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Remo D
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Joined: Sat Jan 29, 2000 10:00 pm
Location: Marina, CA U.S.A.


Post by Remo D » Mon Oct 04, 2010 9:24 pm

Okay, it's a 2010 release (for the U.S., anyway) and I'm going to treat it as such. Actually, it's been sitting on the shelf (and/or playing overseas) for over a year. I can only surmise that the success of ORPHAN finally inspired Paramount to release this one (it's also tempting to say that THE LAST EXORCISM helped, but the wheels were set in motion well before that one came out). Oh, and they hid it from the critics. Always a good sign. My reaction: catch it before it disappears...

Renee Zellweger is the Child Services case worker who gets "Case 39" dropped on her desk--she finds herself drawn to protect the sweet little girl who's obviously at the mercy of a pair of very strange parents... she can't turn any legal wheels, but she and her police officer friend (Ian McShane) DO manage to crash the party just as the parents are trying to roast the girl alive in an oven.

Yes, the opening movement of this film is just as harrowing as it sounds--and they prepare you for... what? It's a courtroom drama waiting to happen (the same thing I said about THE BABY way back in 1973, I recall), and there's plenty of room for subsequent psychological horror a la ORPHAN, as well. Yes, Renee takes the girl under her own wing... and then, of course, "things start happening."

Had this actually taken the pure psychological approach, this could have been another real pip. And when the first horrific action AFTER the girl's rescue takes place, you're almost convinced that's the way it's going to be. But as soon as CGI hornets start crawling out of the guy's ears, you know it's gonna be THAT kind of movie.

And even THAT kind of movie could have worked under assured, confident direction. And now that I've said that, I am very much obliged to point out that Christian Alvart upped his game considerably with PANDORUM, which was actually made AFTER this one. This time out, however, he relied far, far too much on false "boo" scares. Whoops! The alarm clock went off! Eek! Somebody just showed up at the cubicle! Yikes! A dog just jumped at the window! And so on, and so on... the end result being that when the REAL scares try to get started, they simply fail to work.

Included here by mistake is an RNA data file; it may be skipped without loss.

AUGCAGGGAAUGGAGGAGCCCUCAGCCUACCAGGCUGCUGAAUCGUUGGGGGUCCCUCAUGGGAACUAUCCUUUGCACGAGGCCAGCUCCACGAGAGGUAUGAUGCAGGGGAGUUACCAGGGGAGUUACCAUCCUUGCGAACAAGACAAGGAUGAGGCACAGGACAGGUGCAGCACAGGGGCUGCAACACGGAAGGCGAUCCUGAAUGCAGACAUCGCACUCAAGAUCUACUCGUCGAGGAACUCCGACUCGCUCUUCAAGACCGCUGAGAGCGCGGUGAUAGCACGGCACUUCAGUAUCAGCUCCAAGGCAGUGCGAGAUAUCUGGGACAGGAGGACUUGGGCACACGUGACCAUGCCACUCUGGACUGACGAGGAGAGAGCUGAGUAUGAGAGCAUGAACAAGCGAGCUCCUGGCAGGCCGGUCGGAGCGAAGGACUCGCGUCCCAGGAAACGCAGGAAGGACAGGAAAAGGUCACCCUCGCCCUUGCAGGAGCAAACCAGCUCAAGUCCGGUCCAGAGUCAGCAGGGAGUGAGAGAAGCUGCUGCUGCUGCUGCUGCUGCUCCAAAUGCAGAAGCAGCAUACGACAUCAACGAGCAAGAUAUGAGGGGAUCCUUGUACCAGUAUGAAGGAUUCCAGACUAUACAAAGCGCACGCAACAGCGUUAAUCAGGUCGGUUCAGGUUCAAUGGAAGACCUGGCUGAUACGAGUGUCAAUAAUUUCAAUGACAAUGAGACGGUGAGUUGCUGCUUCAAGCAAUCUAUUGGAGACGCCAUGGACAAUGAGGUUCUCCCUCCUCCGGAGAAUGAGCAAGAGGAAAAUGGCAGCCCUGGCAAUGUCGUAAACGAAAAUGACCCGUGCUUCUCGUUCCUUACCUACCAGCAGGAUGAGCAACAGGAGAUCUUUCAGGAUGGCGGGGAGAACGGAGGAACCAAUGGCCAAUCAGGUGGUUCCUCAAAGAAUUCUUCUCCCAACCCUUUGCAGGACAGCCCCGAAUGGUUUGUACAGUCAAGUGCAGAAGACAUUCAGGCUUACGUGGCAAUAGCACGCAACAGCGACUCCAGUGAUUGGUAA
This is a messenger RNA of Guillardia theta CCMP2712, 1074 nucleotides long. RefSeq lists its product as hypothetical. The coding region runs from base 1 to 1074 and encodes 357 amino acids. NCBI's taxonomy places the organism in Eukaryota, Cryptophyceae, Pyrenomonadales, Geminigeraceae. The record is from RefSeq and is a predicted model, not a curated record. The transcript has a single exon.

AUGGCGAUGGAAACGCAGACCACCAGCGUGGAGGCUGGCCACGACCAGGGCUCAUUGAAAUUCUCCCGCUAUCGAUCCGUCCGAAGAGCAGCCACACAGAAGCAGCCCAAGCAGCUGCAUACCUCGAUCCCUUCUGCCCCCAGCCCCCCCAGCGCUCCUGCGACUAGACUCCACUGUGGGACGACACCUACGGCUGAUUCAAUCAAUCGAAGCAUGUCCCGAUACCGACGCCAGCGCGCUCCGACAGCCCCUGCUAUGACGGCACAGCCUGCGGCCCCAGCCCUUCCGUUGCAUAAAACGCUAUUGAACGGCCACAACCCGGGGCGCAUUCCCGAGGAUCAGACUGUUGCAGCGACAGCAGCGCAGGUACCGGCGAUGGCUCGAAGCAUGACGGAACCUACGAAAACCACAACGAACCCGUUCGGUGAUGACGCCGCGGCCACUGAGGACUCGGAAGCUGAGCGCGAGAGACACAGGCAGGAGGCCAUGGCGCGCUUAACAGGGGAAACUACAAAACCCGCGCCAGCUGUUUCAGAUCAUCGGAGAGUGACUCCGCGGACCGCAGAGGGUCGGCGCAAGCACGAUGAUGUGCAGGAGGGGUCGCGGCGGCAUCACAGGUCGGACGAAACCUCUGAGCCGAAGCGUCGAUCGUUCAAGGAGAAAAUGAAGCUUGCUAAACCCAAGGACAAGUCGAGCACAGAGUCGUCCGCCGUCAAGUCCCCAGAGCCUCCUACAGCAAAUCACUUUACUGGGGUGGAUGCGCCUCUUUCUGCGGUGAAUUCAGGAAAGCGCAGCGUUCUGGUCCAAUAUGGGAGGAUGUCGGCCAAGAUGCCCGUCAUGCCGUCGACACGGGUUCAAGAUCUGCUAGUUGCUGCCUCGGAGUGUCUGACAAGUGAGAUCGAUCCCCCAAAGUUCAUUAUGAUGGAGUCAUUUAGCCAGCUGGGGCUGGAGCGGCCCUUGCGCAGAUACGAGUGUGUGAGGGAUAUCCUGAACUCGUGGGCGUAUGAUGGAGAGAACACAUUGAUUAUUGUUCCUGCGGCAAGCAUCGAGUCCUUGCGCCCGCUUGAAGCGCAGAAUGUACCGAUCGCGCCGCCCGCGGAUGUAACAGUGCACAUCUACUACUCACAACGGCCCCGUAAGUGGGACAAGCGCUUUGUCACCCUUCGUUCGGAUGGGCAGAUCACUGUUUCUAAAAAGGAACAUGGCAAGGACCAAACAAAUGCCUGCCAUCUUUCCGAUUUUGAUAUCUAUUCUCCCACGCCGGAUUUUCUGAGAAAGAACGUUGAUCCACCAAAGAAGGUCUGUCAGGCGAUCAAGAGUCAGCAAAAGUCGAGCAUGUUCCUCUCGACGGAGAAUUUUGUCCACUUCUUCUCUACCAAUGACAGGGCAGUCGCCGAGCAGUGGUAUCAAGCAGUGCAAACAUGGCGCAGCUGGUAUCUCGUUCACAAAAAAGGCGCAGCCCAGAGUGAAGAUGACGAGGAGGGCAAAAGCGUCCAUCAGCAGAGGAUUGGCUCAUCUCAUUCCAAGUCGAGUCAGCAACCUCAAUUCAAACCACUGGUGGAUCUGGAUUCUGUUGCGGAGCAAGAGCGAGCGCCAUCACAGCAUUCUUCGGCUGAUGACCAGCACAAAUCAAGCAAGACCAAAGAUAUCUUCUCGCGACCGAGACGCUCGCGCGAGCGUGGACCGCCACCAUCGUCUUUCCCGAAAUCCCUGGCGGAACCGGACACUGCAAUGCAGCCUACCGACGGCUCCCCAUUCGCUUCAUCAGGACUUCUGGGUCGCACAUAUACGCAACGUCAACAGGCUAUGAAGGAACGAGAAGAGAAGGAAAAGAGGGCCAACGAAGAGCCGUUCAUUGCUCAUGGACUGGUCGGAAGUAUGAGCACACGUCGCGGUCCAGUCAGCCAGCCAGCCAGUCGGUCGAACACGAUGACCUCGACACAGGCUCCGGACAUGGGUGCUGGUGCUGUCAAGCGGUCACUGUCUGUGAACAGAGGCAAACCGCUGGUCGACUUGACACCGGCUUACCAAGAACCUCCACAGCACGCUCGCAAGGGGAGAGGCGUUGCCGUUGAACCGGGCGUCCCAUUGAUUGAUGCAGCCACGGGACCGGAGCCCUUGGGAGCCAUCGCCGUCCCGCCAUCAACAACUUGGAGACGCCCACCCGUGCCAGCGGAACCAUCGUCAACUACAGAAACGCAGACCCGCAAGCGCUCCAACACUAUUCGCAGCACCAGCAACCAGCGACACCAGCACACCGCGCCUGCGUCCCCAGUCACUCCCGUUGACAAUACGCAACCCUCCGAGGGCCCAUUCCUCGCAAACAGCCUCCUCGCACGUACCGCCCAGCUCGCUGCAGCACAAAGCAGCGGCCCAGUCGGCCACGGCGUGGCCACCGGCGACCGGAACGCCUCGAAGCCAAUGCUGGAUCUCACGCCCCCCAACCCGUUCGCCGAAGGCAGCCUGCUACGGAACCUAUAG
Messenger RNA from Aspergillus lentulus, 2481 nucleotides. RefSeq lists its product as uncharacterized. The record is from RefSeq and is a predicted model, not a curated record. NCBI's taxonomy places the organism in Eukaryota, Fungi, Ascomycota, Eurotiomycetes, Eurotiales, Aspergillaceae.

I watched in increased distress and exasperation as this piece of potential dynamite dissolved into pure cheese before my very eyes. There were times where I could have sworn that scenes were being shown in the wrong order, characters make abrupt, unbelievable "swerves" to move things to a climax, and deeper issues of "faith" are addressed and dismissed nearly simultaneously (good luck getting a handle on just what this little girl is or where she came from... sorry, but "from hell" isn't good enough in this case--save that for a movie like DEVIL).

A film such as this can only have one logical ending... but you guessed it--CASE 39 tries to skirt around it all the same. I recall the fadeout of the American RING 2... sure, they acted like it was a happy ending, but you just knew that there were serious consequences awaiting the "survivors" all the same. And any viewer that still actually cared about the characters at that point has every right to ask just what happened AFTER the final maneuver... but of course, all they'll get is an end credit crawl.

Sorry, but merely "beginning well" isn't enough. When potential is wasted this badly, the results don't even belong in what I annually refer to as "the middle ground." Straight to the basement goes CASE 39.

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